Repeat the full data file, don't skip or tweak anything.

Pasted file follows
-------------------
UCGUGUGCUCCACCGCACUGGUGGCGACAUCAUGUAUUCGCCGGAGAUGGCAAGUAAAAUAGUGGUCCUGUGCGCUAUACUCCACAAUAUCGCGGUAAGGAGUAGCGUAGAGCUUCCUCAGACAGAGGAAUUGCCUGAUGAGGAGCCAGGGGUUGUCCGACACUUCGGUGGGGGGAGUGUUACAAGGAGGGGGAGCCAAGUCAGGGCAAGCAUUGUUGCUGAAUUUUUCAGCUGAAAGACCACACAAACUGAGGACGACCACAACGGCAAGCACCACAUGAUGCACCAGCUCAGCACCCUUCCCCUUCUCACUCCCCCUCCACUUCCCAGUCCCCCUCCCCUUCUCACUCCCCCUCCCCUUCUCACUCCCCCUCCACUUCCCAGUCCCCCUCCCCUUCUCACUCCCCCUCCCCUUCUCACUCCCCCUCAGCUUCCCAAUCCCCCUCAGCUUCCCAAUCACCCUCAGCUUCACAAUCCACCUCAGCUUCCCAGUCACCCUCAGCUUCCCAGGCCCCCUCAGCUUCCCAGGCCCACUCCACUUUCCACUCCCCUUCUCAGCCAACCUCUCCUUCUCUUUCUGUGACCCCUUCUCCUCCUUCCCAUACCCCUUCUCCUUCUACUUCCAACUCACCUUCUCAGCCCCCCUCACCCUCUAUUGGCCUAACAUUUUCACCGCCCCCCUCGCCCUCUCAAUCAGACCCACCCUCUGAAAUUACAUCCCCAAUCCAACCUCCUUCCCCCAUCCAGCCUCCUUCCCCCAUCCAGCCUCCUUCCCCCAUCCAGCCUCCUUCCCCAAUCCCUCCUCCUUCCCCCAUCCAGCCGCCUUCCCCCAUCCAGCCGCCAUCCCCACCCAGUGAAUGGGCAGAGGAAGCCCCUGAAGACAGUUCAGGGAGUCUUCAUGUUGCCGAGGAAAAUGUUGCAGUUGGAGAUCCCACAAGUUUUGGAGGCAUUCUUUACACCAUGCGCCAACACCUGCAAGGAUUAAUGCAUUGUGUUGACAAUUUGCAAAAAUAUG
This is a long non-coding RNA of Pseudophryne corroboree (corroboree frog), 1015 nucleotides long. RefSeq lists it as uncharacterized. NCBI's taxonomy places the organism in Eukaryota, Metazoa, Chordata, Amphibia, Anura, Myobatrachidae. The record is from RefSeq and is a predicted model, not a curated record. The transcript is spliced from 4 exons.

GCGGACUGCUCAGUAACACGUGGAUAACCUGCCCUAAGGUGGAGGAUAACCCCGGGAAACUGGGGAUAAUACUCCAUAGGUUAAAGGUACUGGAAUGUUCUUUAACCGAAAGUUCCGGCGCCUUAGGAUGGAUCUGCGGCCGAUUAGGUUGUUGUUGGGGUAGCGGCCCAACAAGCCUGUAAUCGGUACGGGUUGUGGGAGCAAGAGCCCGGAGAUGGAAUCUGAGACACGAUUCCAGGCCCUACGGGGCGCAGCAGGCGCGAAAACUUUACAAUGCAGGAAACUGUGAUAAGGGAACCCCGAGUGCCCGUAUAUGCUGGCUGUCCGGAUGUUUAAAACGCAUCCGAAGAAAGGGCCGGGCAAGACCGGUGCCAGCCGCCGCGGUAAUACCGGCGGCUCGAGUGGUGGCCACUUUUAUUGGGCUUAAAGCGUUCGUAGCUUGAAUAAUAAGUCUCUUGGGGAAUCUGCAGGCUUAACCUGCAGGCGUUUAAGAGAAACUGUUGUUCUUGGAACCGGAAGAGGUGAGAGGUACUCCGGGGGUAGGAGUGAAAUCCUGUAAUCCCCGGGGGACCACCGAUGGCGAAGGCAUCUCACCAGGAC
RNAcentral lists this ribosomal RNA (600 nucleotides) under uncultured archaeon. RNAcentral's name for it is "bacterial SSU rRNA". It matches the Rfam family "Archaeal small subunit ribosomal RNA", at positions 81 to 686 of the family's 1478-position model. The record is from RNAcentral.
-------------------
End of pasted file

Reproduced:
UCGUGUGCUCCACCGCACUGGUGGCGACAUCAUGUAUUCGCCGGAGAUGGCAAGUAAAAUAGUGGUCCUGUGCGCUAUACUCCACAAUAUCGCGGUAAGGAGUAGCGUAGAGCUUCCUCAGACAGAGGAAUUGCCUGAUGAGGAGCCAGGGGUUGUCCGACACUUCGGUGGGGGGAGUGUUACAAGGAGGGGGAGCCAAGUCAGGGCAAGCAUUGUUGCUGAAUUUUUCAGCUGAAAGACCACACAAACUGAGGACGACCACAACGGCAAGCACCACAUGAUGCACCAGCUCAGCACCCUUCCCCUUCUCACUCCCCCUCCACUUCCCAGUCCCCCUCCCCUUCUCACUCCCCCUCCCCUUCUCACUCCCCCUCCACUUCCCAGUCCCCCUCCCCUUCUCACUCCCCCUCCCCUUCUCACUCCCCCUCAGCUUCCCAAUCCCCCUCAGCUUCCCAAUCACCCUCAGCUUCACAAUCCACCUCAGCUUCCCAGUCACCCUCAGCUUCCCAGGCCCCCUCAGCUUCCCAGGCCCACUCCACUUUCCACUCCCCUUCUCAGCCAACCUCUCCUUCUCUUUCUGUGACCCCUUCUCCUCCUUCCCAUACCCCUUCUCCUUCUACUUCCAACUCACCUUCUCAGCCCCCCUCACCCUCUAUUGGCCUAACAUUUUCACCGCCCCCCUCGCCCUCUCAAUCAGACCCACCCUCUGAAAUUACAUCCCCAAUCCAACCUCCUUCCCCCAUCCAGCCUCCUUCCCCCAUCCAGCCUCCUUCCCCCAUCCAGCCUCCUUCCCCAAUCCCUCCUCCUUCCCCCAUCCAGCCGCCUUCCCCCAUCCAGCCGCCAUCCCCACCCAGUGAAUGGGCAGAGGAAGCCCCUGAAGACAGUUCAGGGAGUCUUCAUGUUGCCGAGGAAAAUGUUGCAGUUGGAGAUCCCACAAGUUUUGGAGGCAUUCUUUACACCAUGCGCCAACACCUGCAAGGAUUAAUGCAUUGUGUUGACAAUUUGCAAAAAUAUG
This is a long non-coding RNA of Pseudophryne corroboree (corroboree frog), 1015 nucleotides long. RefSeq lists it as uncharacterized. NCBI's taxonomy places the organism in Eukaryota, Metazoa, Chordata, Amphibia, Anura, Myobatrachidae. The record is from RefSeq and is a predicted model, not a curated record. The transcript is spliced from 4 exons.

GCGGACUGCUCAGUAACACGUGGAUAACCUGCCCUAAGGUGGAGGAUAACCCCGGGAAACUGGGGAUAAUACUCCAUAGGUUAAAGGUACUGGAAUGUUCUUUAACCGAAAGUUCCGGCGCCUUAGGAUGGAUCUGCGGCCGAUUAGGUUGUUGUUGGGGUAGCGGCCCAACAAGCCUGUAAUCGGUACGGGUUGUGGGAGCAAGAGCCCGGAGAUGGAAUCUGAGACACGAUUCCAGGCCCUACGGGGCGCAGCAGGCGCGAAAACUUUACAAUGCAGGAAACUGUGAUAAGGGAACCCCGAGUGCCCGUAUAUGCUGGCUGUCCGGAUGUUUAAAACGCAUCCGAAGAAAGGGCCGGGCAAGACCGGUGCCAGCCGCCGCGGUAAUACCGGCGGCUCGAGUGGUGGCCACUUUUAUUGGGCUUAAAGCGUUCGUAGCUUGAAUAAUAAGUCUCUUGGGGAAUCUGCAGGCUUAACCUGCAGGCGUUUAAGAGAAACUGUUGUUCUUGGAACCGGAAGAGGUGAGAGGUACUCCGGGGGUAGGAGUGAAAUCCUGUAAUCCCCGGGGGACCACCGAUGGCGAAGGCAUCUCACCAGGAC
RNAcentral lists this ribosomal RNA (600 nucleotides) under uncultured archaeon. RNAcentral's name for it is "bacterial SSU rRNA". It matches the Rfam family "Archaeal small subunit ribosomal RNA", at positions 81 to 686 of the family's 1478-position model. The record is from RNAcentral.